Logos Multilingual Portal

Select Language

Ronald Reagan  (1911-2004)  

Ronald Wilson Reagan rode to the presidency in 1980 on a tide of resurgent right-wing sentiment among an electorate longing for a distant, simpler era. Reagan, an actor turned politician, a New Dealer turned conservative, came to films and politics from a thoroughly Middle-American background-middle class, Middle West, and small town. He was born in Tampico, Ill., Feb. 6, 1911. His father was a shop clerk and merchant with Democratic sympathies. It was an impoverished family; young Ronald sold homemade popcorn at high school games and worked as a lifeguard to earn money for his college tuition.
His career as a film and TV actor stretched from 1937 to 1966. As a World War II captain in army film studios, Reagan recoiled from what he saw as the laziness of civil service workers, and moved to the Right. As president of the Screen Actors Guild, he resisted what he considered a Communist plot to subvert the film industry. With oratorical skill as his trademark, Reagan became an active Republican. In 1966 he ran for governor of California and was elected by almost a million votes over the political veteran, Democratic governor Edmund G. Brown. Reelected to a second term, he served as governor until 1975. In the 1980 election battle against Jimmy Carter, Reagan broadened his appeal by espousing moderate policies, gaining much of his support from disaffected Democrats and blue-collar workers. The incoming administration immediately set out to "turn the government around" with a new economic program. However, in 1982, as the economy declined into the worst recession in 40 years, the president's popularity slipped and support for supply-side economics faded. Internationally, Reagan confronted numerous problems in his first term. In an effort to establish order on the Caribbean island of Grenada and eliminate the Cuban military presence there, Reagan ordered an invasion of the tiny nation on Oct. 25, 1983. The troops met strong resistance from Cuban military personnel on the island but soon occupied it. Another military effort, in Lebanon, ended in failure, however. U.S. Marines engaged as part of a multinational peacekeeping force in Beirut were forced to withdraw in 1984 after a disastrous terrorist attack left 241 marines dead. With the economy improving and inflation under control, the popular president won reelection in a landslide in 1984. Domestically, a tax reform bill that Reagan backed became law. But the constantly growing budget deficit remained an irritant, with the president and Congress persistently at odds over priorities in spending for defense and domestic programs. Congress was also increasingly reluctant to increase spending for the Nicaraguan "Contras." The attack on Libya in April 1986 galvanized the nation, although it drew scathing disapproval from the NATO alliance. Reagan's popularity with the public dipped sharply in 1986 when the Iran-Contra scandal broke, shortly after the Democrats gained control of the Senate.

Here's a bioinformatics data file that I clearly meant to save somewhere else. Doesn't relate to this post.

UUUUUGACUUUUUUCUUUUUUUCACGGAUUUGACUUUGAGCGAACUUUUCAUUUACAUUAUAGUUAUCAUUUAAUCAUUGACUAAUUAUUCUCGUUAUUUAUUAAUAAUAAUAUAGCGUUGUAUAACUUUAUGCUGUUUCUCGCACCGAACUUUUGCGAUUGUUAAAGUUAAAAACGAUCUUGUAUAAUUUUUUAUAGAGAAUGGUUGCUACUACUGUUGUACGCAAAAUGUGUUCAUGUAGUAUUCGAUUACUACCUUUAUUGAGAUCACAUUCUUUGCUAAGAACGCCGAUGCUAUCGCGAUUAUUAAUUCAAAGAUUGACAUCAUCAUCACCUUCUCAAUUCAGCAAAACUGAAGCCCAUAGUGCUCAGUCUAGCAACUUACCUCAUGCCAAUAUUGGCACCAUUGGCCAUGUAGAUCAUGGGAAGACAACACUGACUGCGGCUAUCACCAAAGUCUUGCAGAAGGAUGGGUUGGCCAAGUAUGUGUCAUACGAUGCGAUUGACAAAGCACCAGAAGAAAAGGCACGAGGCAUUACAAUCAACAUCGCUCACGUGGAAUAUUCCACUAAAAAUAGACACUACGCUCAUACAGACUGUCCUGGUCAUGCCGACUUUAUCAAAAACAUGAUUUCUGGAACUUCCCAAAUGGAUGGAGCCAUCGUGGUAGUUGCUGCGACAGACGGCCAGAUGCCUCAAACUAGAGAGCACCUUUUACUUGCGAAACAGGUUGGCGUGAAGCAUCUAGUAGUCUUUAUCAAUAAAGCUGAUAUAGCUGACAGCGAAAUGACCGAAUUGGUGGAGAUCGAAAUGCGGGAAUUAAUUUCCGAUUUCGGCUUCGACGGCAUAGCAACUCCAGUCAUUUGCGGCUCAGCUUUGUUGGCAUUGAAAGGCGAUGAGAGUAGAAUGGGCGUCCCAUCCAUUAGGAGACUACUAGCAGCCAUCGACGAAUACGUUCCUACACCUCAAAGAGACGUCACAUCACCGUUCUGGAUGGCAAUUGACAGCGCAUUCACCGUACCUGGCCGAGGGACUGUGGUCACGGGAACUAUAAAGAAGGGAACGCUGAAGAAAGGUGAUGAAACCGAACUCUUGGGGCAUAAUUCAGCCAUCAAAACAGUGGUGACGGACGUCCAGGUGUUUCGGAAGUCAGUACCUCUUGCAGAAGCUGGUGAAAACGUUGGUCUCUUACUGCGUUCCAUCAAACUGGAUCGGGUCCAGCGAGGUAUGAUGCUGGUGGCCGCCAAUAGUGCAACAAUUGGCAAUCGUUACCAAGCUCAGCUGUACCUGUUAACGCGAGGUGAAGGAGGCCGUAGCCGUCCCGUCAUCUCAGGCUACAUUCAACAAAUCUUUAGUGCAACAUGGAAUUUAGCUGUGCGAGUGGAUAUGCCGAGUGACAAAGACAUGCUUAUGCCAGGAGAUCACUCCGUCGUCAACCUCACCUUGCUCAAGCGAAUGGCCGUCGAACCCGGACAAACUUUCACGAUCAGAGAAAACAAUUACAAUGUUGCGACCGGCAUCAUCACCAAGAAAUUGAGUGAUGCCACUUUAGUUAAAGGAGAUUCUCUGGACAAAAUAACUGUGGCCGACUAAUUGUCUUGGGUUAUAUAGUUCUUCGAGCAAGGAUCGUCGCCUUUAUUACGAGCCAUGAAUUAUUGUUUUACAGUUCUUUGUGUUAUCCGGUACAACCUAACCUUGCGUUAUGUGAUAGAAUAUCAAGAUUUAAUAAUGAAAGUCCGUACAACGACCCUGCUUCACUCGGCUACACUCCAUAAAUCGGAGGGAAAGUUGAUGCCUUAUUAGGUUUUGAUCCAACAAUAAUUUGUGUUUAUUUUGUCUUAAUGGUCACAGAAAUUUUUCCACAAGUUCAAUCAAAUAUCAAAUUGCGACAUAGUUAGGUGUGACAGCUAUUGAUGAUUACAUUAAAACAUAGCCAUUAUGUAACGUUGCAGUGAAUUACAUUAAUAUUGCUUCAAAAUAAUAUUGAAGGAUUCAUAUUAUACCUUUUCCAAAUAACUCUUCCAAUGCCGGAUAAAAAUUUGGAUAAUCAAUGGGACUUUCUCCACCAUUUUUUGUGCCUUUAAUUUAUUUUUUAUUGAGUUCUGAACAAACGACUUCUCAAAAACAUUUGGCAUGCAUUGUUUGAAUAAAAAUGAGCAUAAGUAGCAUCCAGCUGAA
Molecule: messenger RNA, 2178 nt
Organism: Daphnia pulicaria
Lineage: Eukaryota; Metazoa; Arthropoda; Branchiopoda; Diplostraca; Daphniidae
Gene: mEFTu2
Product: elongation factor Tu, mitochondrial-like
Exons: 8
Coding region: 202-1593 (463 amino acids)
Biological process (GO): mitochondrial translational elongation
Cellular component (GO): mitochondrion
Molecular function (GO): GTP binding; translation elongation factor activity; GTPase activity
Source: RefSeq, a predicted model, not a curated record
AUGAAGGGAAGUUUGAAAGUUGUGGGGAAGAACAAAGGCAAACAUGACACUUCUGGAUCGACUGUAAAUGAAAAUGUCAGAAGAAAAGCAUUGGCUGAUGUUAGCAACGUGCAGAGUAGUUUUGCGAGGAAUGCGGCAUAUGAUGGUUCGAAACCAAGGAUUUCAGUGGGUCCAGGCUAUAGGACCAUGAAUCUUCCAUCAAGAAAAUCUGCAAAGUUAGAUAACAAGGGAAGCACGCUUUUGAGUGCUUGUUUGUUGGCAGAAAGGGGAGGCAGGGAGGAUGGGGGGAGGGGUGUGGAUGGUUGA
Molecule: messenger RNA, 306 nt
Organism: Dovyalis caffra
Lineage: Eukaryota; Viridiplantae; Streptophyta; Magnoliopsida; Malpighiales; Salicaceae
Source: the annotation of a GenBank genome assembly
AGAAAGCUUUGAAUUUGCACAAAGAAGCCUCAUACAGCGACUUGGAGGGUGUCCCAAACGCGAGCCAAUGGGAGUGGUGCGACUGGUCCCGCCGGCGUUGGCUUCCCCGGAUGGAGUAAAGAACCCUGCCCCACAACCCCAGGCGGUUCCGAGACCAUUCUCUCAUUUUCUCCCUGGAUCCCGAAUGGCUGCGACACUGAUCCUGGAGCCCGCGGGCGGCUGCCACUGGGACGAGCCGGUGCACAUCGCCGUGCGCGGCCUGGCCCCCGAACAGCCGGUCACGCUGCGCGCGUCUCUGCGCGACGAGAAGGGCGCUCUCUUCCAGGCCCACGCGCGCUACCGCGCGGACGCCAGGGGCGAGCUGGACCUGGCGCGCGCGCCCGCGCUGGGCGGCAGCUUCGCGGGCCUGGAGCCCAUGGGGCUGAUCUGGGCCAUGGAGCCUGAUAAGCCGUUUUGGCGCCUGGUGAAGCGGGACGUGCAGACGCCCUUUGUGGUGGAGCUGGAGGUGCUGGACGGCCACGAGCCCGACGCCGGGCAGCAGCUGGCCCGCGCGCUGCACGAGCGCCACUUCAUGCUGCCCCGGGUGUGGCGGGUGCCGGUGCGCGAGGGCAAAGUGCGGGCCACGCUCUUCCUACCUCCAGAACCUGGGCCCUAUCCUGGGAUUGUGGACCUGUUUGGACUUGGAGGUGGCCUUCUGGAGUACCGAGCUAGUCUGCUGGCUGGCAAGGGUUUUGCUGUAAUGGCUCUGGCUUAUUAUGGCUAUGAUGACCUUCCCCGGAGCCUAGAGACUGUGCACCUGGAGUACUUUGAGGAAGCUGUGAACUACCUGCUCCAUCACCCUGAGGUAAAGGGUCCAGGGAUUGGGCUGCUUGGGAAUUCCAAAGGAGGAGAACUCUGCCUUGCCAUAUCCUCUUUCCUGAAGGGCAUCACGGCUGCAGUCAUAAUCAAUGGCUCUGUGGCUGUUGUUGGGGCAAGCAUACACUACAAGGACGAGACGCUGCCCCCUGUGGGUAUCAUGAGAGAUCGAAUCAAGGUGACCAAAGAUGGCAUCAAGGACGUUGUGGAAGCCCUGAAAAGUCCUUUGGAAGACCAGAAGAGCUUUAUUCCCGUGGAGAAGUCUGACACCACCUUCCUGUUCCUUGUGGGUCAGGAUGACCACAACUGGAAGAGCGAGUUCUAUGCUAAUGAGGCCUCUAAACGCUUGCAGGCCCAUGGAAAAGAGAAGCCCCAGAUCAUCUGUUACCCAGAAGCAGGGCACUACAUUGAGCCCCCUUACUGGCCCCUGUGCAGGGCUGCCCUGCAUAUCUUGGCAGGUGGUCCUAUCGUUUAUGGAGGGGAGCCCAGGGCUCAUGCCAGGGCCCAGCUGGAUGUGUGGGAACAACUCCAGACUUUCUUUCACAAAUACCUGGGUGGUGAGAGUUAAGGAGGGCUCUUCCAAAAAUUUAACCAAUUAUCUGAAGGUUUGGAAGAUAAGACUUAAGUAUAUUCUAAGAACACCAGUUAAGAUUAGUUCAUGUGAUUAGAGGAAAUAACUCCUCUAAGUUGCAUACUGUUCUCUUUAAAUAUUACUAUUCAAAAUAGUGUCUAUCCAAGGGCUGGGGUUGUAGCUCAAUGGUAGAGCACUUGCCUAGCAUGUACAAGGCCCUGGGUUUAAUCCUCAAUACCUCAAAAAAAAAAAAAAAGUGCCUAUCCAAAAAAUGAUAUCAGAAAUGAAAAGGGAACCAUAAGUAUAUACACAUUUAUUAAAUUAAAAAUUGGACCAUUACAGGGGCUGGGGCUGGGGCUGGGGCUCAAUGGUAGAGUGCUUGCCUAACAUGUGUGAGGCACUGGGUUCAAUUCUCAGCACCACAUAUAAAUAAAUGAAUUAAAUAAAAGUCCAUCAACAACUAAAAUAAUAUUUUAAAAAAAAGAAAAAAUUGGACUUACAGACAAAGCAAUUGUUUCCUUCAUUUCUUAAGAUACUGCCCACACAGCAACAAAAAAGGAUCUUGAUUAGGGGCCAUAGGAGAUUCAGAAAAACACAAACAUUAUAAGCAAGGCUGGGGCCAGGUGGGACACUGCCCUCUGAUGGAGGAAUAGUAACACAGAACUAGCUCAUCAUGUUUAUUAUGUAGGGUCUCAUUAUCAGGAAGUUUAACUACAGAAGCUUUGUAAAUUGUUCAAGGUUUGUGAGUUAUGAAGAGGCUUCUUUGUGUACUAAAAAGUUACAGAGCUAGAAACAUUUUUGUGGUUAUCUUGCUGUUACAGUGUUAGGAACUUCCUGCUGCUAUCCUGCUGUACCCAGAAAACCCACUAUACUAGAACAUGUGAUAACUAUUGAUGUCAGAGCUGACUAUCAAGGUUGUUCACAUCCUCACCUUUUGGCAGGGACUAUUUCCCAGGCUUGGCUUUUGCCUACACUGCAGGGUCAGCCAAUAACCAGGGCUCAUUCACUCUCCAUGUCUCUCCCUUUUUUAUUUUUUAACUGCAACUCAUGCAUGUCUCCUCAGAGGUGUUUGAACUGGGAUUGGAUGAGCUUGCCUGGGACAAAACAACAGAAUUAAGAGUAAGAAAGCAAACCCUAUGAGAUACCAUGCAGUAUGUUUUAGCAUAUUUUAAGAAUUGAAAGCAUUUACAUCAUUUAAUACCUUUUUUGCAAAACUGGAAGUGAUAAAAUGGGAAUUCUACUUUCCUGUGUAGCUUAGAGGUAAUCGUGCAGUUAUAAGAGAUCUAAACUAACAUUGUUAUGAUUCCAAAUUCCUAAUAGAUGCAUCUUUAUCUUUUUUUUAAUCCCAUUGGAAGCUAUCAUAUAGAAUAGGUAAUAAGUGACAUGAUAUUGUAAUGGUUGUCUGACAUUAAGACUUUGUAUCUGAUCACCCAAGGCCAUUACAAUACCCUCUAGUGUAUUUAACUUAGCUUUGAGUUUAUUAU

Reagan's place in history will rest, perhaps, on the short- and intermediate-range missile treaty consummated on a cordial visit to the Soviet Union that he had once reviled as an "evil empire."
Reagan married his wife, Nancy, four years after his divorce from the screen actress Jane Wyman. Reagan suffered from Alzheimer's disease, which he developed around 1994, and died in Los Angeles on June 5, 2004.

wenuntugey ta lawen xemolam chew ñi genofel chi kimgechi kuxan mew